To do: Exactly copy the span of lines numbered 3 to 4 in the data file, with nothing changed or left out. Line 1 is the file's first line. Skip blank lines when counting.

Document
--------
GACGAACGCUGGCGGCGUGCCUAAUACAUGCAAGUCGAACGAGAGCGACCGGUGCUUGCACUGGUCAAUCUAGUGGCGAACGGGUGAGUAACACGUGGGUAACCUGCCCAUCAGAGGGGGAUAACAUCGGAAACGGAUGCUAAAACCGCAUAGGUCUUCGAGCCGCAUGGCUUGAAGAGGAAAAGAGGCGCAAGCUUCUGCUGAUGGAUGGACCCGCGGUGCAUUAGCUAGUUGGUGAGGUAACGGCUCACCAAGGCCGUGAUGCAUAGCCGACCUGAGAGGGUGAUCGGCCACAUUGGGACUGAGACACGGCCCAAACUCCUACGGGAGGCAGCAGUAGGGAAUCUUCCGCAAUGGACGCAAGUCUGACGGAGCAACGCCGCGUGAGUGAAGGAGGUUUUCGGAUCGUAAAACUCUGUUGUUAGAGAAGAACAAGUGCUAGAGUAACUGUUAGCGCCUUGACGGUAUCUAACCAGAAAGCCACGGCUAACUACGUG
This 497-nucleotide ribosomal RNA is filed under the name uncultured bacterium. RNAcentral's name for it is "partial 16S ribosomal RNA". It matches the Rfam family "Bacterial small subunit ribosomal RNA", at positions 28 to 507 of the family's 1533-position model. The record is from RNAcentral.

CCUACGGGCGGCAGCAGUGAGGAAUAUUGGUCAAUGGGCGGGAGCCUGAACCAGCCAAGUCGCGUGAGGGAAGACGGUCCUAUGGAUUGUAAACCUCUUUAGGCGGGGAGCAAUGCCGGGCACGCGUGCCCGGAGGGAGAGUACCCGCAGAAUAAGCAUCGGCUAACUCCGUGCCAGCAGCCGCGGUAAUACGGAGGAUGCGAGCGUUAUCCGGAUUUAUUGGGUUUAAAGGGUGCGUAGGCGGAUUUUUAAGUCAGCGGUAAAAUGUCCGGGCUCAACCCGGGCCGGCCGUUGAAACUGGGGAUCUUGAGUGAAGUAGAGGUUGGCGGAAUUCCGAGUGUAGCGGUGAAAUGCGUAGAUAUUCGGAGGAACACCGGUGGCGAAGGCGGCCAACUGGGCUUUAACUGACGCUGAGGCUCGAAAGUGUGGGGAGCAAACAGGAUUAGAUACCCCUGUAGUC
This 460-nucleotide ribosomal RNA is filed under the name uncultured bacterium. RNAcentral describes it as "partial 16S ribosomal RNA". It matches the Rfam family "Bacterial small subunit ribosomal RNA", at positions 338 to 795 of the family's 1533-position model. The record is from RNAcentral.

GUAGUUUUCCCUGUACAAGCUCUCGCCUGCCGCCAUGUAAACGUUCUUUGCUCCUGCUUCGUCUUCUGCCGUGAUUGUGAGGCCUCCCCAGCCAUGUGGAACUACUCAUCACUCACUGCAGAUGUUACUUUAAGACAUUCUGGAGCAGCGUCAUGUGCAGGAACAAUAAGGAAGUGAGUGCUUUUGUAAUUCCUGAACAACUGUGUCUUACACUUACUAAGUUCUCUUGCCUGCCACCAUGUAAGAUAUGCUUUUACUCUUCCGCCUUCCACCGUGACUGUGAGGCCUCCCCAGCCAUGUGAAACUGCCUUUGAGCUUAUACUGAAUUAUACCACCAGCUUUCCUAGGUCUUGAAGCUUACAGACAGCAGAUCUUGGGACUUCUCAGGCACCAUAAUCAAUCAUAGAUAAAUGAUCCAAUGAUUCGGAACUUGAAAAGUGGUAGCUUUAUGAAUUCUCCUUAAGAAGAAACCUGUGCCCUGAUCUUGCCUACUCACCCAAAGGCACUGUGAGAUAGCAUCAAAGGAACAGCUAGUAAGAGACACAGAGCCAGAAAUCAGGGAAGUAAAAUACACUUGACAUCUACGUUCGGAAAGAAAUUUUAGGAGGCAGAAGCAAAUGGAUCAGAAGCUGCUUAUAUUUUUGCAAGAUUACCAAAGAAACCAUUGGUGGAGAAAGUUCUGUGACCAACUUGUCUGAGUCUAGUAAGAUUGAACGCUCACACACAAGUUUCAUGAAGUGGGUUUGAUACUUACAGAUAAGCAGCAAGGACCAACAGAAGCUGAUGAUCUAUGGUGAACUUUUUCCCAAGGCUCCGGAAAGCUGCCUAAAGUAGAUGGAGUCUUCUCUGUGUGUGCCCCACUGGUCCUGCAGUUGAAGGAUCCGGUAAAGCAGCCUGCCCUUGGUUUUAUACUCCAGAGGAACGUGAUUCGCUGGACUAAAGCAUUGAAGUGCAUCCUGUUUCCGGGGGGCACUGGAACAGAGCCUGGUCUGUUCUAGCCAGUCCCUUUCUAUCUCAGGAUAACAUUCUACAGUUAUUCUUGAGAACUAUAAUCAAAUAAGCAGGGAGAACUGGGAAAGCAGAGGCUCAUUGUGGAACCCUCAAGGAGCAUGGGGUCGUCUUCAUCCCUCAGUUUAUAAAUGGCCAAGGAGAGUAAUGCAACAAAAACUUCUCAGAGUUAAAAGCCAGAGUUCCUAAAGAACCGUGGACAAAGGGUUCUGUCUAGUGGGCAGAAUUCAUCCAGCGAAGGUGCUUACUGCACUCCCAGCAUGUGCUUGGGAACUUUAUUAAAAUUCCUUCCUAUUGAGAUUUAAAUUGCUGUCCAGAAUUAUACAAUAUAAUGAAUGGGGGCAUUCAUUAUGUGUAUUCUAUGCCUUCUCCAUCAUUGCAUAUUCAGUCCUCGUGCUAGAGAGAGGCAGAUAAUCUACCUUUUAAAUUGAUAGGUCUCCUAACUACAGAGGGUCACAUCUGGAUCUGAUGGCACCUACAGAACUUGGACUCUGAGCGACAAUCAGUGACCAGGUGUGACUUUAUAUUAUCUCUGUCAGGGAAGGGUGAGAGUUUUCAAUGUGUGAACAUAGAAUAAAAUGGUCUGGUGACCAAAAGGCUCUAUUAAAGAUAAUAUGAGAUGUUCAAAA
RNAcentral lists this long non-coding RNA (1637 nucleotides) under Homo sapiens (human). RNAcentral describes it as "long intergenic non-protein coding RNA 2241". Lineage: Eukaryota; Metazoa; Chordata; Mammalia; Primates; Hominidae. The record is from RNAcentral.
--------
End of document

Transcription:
CCUACGGGCGGCAGCAGUGAGGAAUAUUGGUCAAUGGGCGGGAGCCUGAACCAGCCAAGUCGCGUGAGGGAAGACGGUCCUAUGGAUUGUAAACCUCUUUAGGCGGGGAGCAAUGCCGGGCACGCGUGCCCGGAGGGAGAGUACCCGCAGAAUAAGCAUCGGCUAACUCCGUGCCAGCAGCCGCGGUAAUACGGAGGAUGCGAGCGUUAUCCGGAUUUAUUGGGUUUAAAGGGUGCGUAGGCGGAUUUUUAAGUCAGCGGUAAAAUGUCCGGGCUCAACCCGGGCCGGCCGUUGAAACUGGGGAUCUUGAGUGAAGUAGAGGUUGGCGGAAUUCCGAGUGUAGCGGUGAAAUGCGUAGAUAUUCGGAGGAACACCGGUGGCGAAGGCGGCCAACUGGGCUUUAACUGACGCUGAGGCUCGAAAGUGUGGGGAGCAAACAGGAUUAGAUACCCCUGUAGUC
This 460-nucleotide ribosomal RNA is filed under the name uncultured bacterium. RNAcentral describes it as "partial 16S ribosomal RNA". It matches the Rfam family "Bacterial small subunit ribosomal RNA", at positions 338 to 795 of the family's 1533-position model. The record is from RNAcentral.